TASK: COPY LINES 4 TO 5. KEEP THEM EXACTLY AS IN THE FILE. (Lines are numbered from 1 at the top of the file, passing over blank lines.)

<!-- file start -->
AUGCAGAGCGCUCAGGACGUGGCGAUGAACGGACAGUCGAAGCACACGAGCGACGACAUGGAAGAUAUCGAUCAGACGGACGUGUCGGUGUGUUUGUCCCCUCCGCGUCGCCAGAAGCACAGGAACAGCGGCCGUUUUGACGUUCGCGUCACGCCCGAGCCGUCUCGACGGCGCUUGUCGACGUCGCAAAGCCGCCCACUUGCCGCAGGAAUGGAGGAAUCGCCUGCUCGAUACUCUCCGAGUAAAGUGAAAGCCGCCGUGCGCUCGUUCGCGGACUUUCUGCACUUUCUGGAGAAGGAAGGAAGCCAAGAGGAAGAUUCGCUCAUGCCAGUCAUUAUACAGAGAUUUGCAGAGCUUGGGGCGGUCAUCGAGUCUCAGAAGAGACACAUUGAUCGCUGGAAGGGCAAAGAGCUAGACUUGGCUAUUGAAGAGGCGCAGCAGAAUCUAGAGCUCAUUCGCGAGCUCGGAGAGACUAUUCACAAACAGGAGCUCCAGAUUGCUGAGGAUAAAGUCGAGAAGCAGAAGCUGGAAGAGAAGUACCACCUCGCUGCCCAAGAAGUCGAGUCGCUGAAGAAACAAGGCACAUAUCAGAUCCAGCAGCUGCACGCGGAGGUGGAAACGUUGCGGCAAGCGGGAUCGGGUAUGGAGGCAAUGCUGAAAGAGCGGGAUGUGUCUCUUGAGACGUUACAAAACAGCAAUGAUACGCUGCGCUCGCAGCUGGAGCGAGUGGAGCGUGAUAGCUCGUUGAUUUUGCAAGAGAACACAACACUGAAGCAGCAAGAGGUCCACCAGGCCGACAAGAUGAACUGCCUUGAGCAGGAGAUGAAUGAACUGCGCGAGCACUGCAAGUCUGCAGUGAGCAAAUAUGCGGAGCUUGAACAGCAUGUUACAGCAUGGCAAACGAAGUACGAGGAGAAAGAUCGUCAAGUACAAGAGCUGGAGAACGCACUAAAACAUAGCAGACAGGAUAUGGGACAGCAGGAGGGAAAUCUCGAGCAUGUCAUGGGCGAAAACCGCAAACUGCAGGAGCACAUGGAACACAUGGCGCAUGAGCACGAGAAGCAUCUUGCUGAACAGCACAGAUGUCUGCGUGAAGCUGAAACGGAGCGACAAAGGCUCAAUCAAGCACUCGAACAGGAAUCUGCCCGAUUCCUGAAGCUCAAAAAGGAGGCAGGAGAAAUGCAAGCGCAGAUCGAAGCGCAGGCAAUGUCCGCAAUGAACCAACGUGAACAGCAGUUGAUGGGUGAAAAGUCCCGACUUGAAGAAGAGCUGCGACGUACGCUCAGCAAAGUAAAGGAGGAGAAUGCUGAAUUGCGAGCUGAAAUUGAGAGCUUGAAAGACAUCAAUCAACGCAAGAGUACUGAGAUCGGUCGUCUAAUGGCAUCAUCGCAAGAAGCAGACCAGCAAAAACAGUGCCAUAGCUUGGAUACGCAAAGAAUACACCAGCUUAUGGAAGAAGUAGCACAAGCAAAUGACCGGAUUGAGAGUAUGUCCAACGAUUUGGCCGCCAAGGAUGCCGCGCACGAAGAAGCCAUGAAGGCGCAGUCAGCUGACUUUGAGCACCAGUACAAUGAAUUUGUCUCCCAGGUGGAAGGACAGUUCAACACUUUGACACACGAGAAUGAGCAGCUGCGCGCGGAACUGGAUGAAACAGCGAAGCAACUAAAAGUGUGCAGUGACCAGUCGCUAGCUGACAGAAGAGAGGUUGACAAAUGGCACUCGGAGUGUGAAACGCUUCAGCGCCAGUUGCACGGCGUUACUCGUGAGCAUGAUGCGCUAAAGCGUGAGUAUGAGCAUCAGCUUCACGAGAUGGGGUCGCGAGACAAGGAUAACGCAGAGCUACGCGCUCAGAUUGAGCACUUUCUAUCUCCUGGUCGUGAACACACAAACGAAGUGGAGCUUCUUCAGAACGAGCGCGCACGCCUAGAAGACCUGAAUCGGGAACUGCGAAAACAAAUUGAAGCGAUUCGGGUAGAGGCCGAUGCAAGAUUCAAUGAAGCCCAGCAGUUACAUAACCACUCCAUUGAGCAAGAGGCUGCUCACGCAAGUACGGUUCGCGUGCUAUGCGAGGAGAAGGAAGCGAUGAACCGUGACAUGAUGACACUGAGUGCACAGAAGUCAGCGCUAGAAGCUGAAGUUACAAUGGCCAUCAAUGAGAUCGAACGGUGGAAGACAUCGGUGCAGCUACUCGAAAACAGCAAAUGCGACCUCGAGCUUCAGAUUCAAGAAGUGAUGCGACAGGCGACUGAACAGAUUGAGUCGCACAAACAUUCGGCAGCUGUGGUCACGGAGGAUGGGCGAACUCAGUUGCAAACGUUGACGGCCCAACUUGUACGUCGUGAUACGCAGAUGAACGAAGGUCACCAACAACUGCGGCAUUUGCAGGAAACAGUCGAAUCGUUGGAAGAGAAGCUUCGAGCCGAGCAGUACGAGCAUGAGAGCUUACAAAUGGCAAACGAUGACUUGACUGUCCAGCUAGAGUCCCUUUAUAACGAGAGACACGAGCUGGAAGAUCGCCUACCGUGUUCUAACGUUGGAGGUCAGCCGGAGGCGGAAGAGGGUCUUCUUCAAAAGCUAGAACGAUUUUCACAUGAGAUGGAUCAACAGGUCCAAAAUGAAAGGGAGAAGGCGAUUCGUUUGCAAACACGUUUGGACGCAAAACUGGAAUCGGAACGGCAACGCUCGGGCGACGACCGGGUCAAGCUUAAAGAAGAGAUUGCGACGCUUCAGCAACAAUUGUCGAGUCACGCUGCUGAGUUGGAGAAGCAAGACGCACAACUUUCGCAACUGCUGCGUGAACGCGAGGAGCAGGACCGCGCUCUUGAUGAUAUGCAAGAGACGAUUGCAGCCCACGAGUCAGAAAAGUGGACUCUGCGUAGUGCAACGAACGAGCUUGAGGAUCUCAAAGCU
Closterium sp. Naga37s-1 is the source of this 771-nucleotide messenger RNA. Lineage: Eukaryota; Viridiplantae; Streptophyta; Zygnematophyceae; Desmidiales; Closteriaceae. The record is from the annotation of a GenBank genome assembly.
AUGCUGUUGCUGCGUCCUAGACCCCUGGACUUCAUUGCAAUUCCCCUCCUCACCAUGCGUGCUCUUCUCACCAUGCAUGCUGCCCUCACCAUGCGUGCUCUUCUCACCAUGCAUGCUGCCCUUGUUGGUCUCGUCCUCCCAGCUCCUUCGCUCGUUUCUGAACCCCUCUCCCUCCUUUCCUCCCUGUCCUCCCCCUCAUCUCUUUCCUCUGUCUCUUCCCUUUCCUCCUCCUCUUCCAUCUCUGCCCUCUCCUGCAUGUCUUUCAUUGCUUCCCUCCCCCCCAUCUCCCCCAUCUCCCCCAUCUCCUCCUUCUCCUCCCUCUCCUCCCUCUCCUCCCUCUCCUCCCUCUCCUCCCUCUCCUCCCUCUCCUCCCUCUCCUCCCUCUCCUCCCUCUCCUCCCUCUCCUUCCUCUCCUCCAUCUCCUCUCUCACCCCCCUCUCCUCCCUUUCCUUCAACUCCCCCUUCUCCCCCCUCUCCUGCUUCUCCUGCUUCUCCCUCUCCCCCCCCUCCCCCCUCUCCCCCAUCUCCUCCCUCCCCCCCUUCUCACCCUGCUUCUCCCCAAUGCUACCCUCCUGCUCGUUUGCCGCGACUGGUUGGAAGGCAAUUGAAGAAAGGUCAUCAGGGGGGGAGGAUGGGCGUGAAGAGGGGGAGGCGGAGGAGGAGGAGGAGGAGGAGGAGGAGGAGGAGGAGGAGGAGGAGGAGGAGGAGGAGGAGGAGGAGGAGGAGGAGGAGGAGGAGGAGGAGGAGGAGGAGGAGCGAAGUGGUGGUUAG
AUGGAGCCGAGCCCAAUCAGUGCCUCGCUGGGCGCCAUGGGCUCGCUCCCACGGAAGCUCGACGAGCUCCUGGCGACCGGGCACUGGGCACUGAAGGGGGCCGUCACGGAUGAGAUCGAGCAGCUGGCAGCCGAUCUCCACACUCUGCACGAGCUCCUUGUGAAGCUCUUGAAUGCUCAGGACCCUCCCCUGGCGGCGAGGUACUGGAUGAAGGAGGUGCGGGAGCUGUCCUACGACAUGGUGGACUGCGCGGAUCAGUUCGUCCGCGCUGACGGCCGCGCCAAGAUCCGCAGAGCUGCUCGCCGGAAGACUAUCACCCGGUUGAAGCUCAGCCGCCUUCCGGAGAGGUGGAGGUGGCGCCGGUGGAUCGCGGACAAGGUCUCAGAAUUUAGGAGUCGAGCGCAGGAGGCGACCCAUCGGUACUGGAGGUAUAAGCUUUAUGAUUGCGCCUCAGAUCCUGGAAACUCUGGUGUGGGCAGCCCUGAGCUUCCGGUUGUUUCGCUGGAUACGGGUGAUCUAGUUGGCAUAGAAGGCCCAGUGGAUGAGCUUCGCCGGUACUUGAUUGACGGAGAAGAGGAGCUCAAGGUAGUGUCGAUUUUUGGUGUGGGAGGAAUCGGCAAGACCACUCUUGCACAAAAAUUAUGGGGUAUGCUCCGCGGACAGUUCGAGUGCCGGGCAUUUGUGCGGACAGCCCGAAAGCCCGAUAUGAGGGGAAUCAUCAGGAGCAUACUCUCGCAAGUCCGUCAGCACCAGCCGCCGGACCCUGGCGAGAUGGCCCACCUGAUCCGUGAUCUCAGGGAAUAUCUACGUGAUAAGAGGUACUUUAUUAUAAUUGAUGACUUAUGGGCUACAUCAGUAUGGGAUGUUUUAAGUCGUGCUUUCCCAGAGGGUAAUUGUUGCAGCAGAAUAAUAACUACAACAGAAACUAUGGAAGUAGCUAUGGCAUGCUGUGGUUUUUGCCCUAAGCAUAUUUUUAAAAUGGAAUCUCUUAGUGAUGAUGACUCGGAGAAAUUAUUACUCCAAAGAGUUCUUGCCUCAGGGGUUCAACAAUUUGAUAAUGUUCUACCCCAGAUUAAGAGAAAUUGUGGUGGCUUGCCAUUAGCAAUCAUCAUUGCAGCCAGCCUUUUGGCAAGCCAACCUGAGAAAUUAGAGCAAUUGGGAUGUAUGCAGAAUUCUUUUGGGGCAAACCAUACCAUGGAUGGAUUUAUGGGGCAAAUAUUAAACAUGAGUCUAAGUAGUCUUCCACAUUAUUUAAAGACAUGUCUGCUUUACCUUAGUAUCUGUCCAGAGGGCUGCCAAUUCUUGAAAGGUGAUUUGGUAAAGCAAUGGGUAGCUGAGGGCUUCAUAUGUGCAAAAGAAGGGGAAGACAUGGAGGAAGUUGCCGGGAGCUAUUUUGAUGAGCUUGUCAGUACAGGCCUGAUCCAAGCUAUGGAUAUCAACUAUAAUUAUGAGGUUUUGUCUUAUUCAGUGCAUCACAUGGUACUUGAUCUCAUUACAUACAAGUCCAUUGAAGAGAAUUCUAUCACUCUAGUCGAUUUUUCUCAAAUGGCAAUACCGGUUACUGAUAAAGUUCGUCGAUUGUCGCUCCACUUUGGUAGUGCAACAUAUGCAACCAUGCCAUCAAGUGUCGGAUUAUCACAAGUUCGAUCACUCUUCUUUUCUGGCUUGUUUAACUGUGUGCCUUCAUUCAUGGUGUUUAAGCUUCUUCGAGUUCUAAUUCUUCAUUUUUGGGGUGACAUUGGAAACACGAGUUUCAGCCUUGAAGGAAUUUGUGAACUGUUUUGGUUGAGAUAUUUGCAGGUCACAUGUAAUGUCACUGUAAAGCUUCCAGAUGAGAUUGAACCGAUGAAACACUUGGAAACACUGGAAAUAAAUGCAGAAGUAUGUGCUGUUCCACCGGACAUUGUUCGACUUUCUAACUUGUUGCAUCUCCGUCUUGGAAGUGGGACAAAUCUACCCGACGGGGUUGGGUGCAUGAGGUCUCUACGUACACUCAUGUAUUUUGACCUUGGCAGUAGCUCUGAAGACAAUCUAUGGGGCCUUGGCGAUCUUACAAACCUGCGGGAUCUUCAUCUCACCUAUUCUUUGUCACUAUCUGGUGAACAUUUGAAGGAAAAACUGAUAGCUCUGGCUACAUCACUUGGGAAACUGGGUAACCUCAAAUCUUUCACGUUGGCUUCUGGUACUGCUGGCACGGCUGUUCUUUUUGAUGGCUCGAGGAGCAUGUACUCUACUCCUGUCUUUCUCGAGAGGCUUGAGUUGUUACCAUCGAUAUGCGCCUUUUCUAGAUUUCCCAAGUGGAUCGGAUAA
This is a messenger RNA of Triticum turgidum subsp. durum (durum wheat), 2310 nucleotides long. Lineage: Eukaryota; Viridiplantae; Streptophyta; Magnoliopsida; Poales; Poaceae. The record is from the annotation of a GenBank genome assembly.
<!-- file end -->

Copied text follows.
AUGGAGCCGAGCCCAAUCAGUGCCUCGCUGGGCGCCAUGGGCUCGCUCCCACGGAAGCUCGACGAGCUCCUGGCGACCGGGCACUGGGCACUGAAGGGGGCCGUCACGGAUGAGAUCGAGCAGCUGGCAGCCGAUCUCCACACUCUGCACGAGCUCCUUGUGAAGCUCUUGAAUGCUCAGGACCCUCCCCUGGCGGCGAGGUACUGGAUGAAGGAGGUGCGGGAGCUGUCCUACGACAUGGUGGACUGCGCGGAUCAGUUCGUCCGCGCUGACGGCCGCGCCAAGAUCCGCAGAGCUGCUCGCCGGAAGACUAUCACCCGGUUGAAGCUCAGCCGCCUUCCGGAGAGGUGGAGGUGGCGCCGGUGGAUCGCGGACAAGGUCUCAGAAUUUAGGAGUCGAGCGCAGGAGGCGACCCAUCGGUACUGGAGGUAUAAGCUUUAUGAUUGCGCCUCAGAUCCUGGAAACUCUGGUGUGGGCAGCCCUGAGCUUCCGGUUGUUUCGCUGGAUACGGGUGAUCUAGUUGGCAUAGAAGGCCCAGUGGAUGAGCUUCGCCGGUACUUGAUUGACGGAGAAGAGGAGCUCAAGGUAGUGUCGAUUUUUGGUGUGGGAGGAAUCGGCAAGACCACUCUUGCACAAAAAUUAUGGGGUAUGCUCCGCGGACAGUUCGAGUGCCGGGCAUUUGUGCGGACAGCCCGAAAGCCCGAUAUGAGGGGAAUCAUCAGGAGCAUACUCUCGCAAGUCCGUCAGCACCAGCCGCCGGACCCUGGCGAGAUGGCCCACCUGAUCCGUGAUCUCAGGGAAUAUCUACGUGAUAAGAGGUACUUUAUUAUAAUUGAUGACUUAUGGGCUACAUCAGUAUGGGAUGUUUUAAGUCGUGCUUUCCCAGAGGGUAAUUGUUGCAGCAGAAUAAUAACUACAACAGAAACUAUGGAAGUAGCUAUGGCAUGCUGUGGUUUUUGCCCUAAGCAUAUUUUUAAAAUGGAAUCUCUUAGUGAUGAUGACUCGGAGAAAUUAUUACUCCAAAGAGUUCUUGCCUCAGGGGUUCAACAAUUUGAUAAUGUUCUACCCCAGAUUAAGAGAAAUUGUGGUGGCUUGCCAUUAGCAAUCAUCAUUGCAGCCAGCCUUUUGGCAAGCCAACCUGAGAAAUUAGAGCAAUUGGGAUGUAUGCAGAAUUCUUUUGGGGCAAACCAUACCAUGGAUGGAUUUAUGGGGCAAAUAUUAAACAUGAGUCUAAGUAGUCUUCCACAUUAUUUAAAGACAUGUCUGCUUUACCUUAGUAUCUGUCCAGAGGGCUGCCAAUUCUUGAAAGGUGAUUUGGUAAAGCAAUGGGUAGCUGAGGGCUUCAUAUGUGCAAAAGAAGGGGAAGACAUGGAGGAAGUUGCCGGGAGCUAUUUUGAUGAGCUUGUCAGUACAGGCCUGAUCCAAGCUAUGGAUAUCAACUAUAAUUAUGAGGUUUUGUCUUAUUCAGUGCAUCACAUGGUACUUGAUCUCAUUACAUACAAGUCCAUUGAAGAGAAUUCUAUCACUCUAGUCGAUUUUUCUCAAAUGGCAAUACCGGUUACUGAUAAAGUUCGUCGAUUGUCGCUCCACUUUGGUAGUGCAACAUAUGCAACCAUGCCAUCAAGUGUCGGAUUAUCACAAGUUCGAUCACUCUUCUUUUCUGGCUUGUUUAACUGUGUGCCUUCAUUCAUGGUGUUUAAGCUUCUUCGAGUUCUAAUUCUUCAUUUUUGGGGUGACAUUGGAAACACGAGUUUCAGCCUUGAAGGAAUUUGUGAACUGUUUUGGUUGAGAUAUUUGCAGGUCACAUGUAAUGUCACUGUAAAGCUUCCAGAUGAGAUUGAACCGAUGAAACACUUGGAAACACUGGAAAUAAAUGCAGAAGUAUGUGCUGUUCCACCGGACAUUGUUCGACUUUCUAACUUGUUGCAUCUCCGUCUUGGAAGUGGGACAAAUCUACCCGACGGGGUUGGGUGCAUGAGGUCUCUACGUACACUCAUGUAUUUUGACCUUGGCAGUAGCUCUGAAGACAAUCUAUGGGGCCUUGGCGAUCUUACAAACCUGCGGGAUCUUCAUCUCACCUAUUCUUUGUCACUAUCUGGUGAACAUUUGAAGGAAAAACUGAUAGCUCUGGCUACAUCACUUGGGAAACUGGGUAACCUCAAAUCUUUCACGUUGGCUUCUGGUACUGCUGGCACGGCUGUUCUUUUUGAUGGCUCGAGGAGCAUGUACUCUACUCCUGUCUUUCUCGAGAGGCUUGAGUUGUUACCAUCGAUAUGCGCCUUUUCUAGAUUUCCCAAGUGGAUCGGAUAA
This is a messenger RNA of Triticum turgidum subsp. durum (durum wheat), 2310 nucleotides long. Lineage: Eukaryota; Viridiplantae; Streptophyta; Magnoliopsida; Poales; Poaceae. The record is from the annotation of a GenBank genome assembly.